DDoS Extortion Attacks Leave Several Retail and Finance Firms Bleeding

A group of attackers has been found targeting organizations with DDoS attacks, and asking for ransom from organizations across the U.S., the U.K., and the Asia Pacific, specifically those in the finance, travel, and e-commerce sectors.

What happened?

A few weeks ago, Akamai researchers disclosed a cybercrime group threatening several prominent organizations with potential DDoS attacks and asking for thousands of dollars in ransom. Now, the same group has reportedly been found targeting a bunch of financial organizations as well.
  • The attackers have already targeted several renowned organizations, including MoneyGram, Worldpay, Yes Bank, Braintree, PayPal, Venmo, and most recently, the New Zealand stock exchange (NZX).
  • In the ransom note, attackers are pretending to be internationally known hacking groups such as Fancy Bear and Armada Collective to create fear among the victims.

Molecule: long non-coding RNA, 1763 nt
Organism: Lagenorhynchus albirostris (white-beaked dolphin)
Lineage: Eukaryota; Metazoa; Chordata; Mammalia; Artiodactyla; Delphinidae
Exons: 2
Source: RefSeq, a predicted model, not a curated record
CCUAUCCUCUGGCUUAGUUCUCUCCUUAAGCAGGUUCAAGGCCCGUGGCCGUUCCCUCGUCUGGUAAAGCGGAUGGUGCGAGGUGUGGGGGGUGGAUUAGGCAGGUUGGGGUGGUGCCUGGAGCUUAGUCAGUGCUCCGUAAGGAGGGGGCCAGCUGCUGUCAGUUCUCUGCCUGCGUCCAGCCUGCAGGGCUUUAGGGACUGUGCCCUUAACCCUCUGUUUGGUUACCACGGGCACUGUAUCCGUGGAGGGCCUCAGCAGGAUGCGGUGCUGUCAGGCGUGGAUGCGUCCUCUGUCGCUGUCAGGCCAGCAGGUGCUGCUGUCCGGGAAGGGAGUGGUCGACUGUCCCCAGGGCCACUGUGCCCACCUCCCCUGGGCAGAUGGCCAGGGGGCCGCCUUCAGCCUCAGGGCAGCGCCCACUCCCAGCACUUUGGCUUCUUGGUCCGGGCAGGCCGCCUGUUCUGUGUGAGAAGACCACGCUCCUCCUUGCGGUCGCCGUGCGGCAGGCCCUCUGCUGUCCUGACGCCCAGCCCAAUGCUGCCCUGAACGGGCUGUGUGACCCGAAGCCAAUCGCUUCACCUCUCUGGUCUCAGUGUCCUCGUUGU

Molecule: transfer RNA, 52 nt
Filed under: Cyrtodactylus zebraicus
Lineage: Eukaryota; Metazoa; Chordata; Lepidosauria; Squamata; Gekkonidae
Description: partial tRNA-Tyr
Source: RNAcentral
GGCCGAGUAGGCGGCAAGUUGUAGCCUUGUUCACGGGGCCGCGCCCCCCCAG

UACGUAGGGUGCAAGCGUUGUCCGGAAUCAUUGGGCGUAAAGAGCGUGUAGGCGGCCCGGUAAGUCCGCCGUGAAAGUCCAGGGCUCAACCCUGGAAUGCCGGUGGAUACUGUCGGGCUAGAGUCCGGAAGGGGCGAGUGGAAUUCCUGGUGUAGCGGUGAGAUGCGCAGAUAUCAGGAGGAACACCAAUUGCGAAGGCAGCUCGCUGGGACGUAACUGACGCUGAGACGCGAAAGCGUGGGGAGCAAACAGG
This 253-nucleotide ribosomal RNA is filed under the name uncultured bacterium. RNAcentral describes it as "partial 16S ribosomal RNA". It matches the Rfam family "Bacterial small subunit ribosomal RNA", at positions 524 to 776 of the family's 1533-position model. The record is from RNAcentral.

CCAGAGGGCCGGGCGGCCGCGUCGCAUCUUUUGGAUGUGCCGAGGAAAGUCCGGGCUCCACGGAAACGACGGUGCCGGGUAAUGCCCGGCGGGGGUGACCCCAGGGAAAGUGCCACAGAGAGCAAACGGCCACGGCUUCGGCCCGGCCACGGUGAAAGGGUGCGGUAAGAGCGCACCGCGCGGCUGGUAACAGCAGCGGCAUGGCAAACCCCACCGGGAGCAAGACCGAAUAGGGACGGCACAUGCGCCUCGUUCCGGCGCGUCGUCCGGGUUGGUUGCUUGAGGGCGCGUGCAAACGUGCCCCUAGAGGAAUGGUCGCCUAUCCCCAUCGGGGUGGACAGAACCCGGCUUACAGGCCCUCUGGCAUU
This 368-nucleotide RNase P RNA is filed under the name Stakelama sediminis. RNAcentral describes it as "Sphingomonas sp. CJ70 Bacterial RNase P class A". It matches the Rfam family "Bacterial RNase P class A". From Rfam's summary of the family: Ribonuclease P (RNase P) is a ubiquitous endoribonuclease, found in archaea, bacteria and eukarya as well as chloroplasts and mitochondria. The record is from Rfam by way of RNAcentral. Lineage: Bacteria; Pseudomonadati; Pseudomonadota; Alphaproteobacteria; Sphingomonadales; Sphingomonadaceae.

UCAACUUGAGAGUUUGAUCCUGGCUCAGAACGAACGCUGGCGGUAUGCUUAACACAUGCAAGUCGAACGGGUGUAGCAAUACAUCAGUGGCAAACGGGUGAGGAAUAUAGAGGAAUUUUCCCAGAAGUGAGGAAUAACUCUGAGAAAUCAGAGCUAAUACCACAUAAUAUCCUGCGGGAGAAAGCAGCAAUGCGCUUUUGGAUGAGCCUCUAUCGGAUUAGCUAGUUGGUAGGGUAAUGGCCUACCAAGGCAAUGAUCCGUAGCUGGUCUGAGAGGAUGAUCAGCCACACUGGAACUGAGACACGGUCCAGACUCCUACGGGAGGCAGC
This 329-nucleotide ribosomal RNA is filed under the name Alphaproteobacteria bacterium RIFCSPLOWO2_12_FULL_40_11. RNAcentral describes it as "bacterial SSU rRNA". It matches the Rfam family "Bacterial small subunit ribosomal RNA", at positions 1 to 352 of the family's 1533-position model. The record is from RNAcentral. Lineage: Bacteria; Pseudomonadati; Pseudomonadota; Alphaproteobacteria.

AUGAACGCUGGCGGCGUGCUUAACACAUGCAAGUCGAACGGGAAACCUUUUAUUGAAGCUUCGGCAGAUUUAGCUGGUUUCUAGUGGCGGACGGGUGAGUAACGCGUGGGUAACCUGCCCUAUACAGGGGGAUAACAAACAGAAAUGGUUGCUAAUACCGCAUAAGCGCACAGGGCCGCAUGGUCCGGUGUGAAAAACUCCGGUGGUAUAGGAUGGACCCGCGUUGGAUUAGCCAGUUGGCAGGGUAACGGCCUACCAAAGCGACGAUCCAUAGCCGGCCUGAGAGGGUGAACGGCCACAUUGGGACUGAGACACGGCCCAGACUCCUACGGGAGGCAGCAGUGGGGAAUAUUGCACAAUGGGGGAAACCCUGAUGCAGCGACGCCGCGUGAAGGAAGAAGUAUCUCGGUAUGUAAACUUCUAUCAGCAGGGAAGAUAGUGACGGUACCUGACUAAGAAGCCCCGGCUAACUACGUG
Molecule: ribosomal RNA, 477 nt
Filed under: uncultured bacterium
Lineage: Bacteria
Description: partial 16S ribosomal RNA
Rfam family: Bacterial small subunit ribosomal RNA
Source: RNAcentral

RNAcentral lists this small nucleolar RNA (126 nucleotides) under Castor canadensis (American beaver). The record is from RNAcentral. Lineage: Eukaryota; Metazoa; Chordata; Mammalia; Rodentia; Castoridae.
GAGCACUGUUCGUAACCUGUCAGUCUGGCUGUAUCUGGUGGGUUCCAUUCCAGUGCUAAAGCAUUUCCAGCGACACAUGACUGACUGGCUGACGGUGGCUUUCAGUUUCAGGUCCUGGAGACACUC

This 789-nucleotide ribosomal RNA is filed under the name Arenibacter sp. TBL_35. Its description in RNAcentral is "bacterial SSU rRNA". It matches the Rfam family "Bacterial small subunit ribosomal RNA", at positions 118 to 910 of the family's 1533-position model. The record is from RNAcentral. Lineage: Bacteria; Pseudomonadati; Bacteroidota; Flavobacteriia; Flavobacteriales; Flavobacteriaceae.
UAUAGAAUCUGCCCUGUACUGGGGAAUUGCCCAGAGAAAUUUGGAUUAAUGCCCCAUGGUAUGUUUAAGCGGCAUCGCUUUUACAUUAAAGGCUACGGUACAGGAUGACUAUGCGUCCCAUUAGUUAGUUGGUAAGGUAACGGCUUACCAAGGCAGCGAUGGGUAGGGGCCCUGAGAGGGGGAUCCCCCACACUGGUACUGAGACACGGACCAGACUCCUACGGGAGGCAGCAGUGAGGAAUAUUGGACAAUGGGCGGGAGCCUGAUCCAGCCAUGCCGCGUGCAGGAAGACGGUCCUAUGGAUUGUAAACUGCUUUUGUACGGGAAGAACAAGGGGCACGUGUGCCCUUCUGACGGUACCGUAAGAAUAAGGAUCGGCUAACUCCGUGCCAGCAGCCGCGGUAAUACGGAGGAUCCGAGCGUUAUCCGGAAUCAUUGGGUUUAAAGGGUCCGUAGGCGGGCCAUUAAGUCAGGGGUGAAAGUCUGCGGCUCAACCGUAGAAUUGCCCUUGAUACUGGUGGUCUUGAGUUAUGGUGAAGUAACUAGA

• They ask for a ransom payment ranging from 5 bitcoins (approximately $57,000) to 20 BTC (around $227,000).

Attack characteristics

  • During these attacks, some of the victims faced around 200 Gbps of traffic, while one of the previously targeted victims witnessed attack traffic of around 50 Gbps.
  • The attackers used DNS floods, SYN flood, SNMP flood, WSDiscovery flood, GRE protocol flood, and ARMS attacks as the main vectors during these attacks.

Recent incidents

  • In June 2020, hacking groups operating from China were found targeting several private and public entities in India, targeting them via ransomware, IP hijack, and DDoS attacks, in order to extort ransom from them.
  • In February 2020, several banks and other financial organizations in Australia were targeted by an extensive DDoS extortion campaign, asking for large payments in Monero to stop the attacks.

Conclusion

With these DDoS attacks, cybercriminals are attempting to cripple cyber-physical systems, and thus, damage the business continuity and reputation of the targeted organizations. However, experts suggest refraining from paying the ransom as cybercriminals cannot be trusted. Moreover, ransom payments fuel attackers towards a greater number of attacks on other organizations.